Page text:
Macromedia Seeks to Simplify Flash Video

 
 
By Matthew Hicks  |  Posted 2004-08-17 Email Print this article Print
 
 
 
 
 
 
 

The company unveils a toolkit to help Web developers more easily create and deploy video through the Flash Player.

Macromedia wants to make the creation of video easier for Web developers while expanding the use of Flash. On Tuesday, it announced a new toolkit for adding Flash-based video to Web sites. The kit builds a wizardlike tool into Dreamweaver MX 2004 and provides software for converting video from other media formats such as Windows Media or AVI into the Flash Video format. The Flash Video Kit is a response to what the San Francisco-based company sees as pent-up demand for deploying Flash Video and interactive presentations on Web sites.
In a series of user surveys, it found that 74 percent of Dreamweaver users wanted to add Flash Video but found it technically challenging, said Mike Downey, Macromedias technical product manager for Flash.
"The kit is based around leveraging the ubiquity of the [Flash] Player, so its a fast and easy way to get video on their sites," Downey said. The kit will ship Sept. 1 and requires Macromedia Studio MX 2004 with Flash Professional, Downey said. It is free until Sept. 30 with the purchase of a full or upgrade version of Studio MX 2004 with Flash Professional. Current users can purchase it for $49. Click here to read more about the release of Studio MX 2004.
The kit includes the Flash Video extension for Dreamweaver and a version of conversion software Sorenson Squeeze. Through the tools, developers can add Flash Video either as streaming media or as a video download, Downey said. For streaming, the kit also includes a 15-day trial of the Flash Video Streaming Service from VitalStream Inc. as a hosted streaming service. As part of the video kit, Macromedia is providing an introductory guide with detailed information about deploying online video. Macromedia introduced the creation of Flash Video with its release of Flash MX, and the Flash Player began supporting video playback with Version 6, Downey said. Flash Player 7, the most recent release, has expanded to Linux. Click here for more. Among the companies using Flash Video in their sites are adidas-Salomon AG, Discovery Communications Inc.s The Discovery Channel and Salesforce.com Inc., Macromedia said. Check out eWEEK.coms Developer & Web Services Center at http://developer.eweek.com for the latest news, reviews and analysis in programming environments and developer tools.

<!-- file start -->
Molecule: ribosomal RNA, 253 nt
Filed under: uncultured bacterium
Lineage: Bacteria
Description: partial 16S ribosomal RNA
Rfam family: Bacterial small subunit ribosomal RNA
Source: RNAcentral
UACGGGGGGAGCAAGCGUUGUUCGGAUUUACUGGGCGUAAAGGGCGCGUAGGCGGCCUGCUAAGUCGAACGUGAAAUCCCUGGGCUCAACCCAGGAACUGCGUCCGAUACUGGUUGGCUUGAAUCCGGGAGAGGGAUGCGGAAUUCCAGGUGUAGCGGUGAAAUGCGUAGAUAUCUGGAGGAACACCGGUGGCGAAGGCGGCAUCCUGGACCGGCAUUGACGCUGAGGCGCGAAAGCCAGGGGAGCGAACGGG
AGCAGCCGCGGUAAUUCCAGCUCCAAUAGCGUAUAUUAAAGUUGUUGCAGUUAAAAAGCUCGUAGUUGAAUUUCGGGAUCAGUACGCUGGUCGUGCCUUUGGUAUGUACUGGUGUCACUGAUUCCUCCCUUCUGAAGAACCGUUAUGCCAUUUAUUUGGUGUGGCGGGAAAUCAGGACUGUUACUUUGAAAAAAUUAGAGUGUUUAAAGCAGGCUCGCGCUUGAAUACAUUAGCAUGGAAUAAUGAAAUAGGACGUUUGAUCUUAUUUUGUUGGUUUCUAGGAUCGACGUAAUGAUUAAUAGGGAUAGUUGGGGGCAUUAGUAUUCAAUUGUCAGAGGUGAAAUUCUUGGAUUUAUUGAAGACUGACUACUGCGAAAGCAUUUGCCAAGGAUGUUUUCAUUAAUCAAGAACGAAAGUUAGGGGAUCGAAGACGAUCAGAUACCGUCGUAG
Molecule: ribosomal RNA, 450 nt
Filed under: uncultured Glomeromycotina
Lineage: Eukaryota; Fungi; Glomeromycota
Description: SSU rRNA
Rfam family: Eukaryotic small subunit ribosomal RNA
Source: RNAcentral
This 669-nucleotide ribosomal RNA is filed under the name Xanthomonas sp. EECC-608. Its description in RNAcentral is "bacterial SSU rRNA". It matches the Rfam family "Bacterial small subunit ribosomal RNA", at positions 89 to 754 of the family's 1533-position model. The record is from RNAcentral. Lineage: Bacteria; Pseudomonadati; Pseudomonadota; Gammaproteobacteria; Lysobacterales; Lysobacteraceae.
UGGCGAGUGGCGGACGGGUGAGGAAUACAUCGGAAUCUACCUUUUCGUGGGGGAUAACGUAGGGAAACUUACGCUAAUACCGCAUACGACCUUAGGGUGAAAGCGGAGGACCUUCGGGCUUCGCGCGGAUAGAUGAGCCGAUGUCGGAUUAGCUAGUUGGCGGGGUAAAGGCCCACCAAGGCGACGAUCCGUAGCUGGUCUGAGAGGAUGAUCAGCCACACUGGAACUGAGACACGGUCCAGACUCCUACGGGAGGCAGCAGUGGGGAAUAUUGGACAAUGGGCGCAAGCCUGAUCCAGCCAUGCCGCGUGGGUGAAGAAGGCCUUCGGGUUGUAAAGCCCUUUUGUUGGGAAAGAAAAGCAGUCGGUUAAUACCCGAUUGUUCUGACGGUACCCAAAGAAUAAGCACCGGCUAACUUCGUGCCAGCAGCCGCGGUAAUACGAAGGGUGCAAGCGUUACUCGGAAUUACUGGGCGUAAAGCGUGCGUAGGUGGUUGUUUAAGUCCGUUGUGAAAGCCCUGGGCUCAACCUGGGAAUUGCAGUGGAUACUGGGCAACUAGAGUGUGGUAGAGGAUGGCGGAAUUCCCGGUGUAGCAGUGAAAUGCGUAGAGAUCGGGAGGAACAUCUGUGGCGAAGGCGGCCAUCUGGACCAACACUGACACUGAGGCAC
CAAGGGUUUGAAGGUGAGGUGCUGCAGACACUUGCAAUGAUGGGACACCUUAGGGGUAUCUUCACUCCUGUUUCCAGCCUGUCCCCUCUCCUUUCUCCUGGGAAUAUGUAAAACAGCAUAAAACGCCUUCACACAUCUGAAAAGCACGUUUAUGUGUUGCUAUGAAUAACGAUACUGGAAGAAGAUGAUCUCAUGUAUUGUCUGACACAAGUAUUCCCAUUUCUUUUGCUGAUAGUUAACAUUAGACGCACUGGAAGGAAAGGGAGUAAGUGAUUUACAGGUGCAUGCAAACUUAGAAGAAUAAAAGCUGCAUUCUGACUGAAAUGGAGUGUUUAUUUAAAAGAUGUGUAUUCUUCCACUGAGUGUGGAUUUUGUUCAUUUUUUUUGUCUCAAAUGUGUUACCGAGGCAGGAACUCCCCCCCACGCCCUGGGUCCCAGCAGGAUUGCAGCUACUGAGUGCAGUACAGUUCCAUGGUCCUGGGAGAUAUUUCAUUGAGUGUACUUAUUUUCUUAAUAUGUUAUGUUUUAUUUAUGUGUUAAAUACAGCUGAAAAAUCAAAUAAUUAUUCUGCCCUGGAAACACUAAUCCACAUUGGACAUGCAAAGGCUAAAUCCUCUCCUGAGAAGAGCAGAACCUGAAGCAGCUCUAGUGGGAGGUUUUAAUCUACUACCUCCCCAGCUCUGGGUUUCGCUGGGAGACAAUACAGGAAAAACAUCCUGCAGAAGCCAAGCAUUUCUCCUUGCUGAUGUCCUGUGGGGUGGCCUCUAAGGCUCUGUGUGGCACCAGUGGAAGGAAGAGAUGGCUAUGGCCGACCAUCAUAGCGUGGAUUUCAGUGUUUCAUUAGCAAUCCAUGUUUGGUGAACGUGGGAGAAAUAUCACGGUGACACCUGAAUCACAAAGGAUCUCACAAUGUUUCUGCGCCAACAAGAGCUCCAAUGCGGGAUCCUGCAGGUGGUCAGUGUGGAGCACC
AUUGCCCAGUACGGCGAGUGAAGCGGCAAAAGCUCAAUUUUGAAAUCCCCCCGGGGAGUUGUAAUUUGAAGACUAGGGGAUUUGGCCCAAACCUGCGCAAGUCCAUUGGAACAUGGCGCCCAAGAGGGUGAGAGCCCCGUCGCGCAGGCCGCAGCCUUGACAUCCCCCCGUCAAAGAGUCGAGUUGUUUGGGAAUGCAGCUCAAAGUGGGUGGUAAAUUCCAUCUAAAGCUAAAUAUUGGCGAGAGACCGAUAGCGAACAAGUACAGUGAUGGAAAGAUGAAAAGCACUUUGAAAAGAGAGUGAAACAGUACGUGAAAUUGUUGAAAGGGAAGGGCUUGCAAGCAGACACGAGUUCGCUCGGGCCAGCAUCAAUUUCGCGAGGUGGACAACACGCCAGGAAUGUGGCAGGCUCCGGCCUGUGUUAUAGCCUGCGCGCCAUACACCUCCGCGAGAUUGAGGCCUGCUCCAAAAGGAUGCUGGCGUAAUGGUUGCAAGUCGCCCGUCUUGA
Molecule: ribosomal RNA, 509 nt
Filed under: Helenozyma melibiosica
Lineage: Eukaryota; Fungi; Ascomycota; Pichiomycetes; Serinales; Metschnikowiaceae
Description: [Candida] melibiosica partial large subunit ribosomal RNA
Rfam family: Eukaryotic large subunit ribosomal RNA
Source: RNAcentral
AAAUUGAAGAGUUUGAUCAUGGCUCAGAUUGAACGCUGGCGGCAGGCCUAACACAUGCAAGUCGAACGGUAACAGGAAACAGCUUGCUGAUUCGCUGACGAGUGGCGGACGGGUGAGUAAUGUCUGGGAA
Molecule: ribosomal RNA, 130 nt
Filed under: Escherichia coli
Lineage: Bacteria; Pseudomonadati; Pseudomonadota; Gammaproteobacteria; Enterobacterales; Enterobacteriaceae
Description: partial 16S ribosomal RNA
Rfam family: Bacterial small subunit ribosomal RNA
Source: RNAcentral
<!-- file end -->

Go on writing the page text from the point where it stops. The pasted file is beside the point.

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Matthew Hicks As an online reporter for eWEEK.com, Matt Hicks covers the fast-changing developments in Internet technologies. His coverage includes the growing field of Web conferencing software and services. With eight years as a business and technology journalist, Matt has gained insight into the market strategies of IT vendors as well as the needs of enterprise IT managers. He joined Ziff Davis in 1999 as a staff writer for the former Strategies section of eWEEK, where he wrote in-depth features about corporate strategies for e-business and enterprise software. In 2002, he moved to the News department at the magazine as a senior writer specializing in coverage of database software and enterprise networking. Later that year Matt started a yearlong fellowship in Washington, DC, after being awarded an American Political Science Association Congressional Fellowship for Journalist. As a fellow, he spent nine months working on policy issues, including technology policy, in for a Member of the U.S. House of Representatives. He rejoined Ziff Davis in August 2003 as a reporter dedicated to online coverage for eWEEK.com. Along with Web conferencing, he follows search engines, Web browsers, speech technology and the Internet domain-naming system.
 
 
 
 
 
 
 

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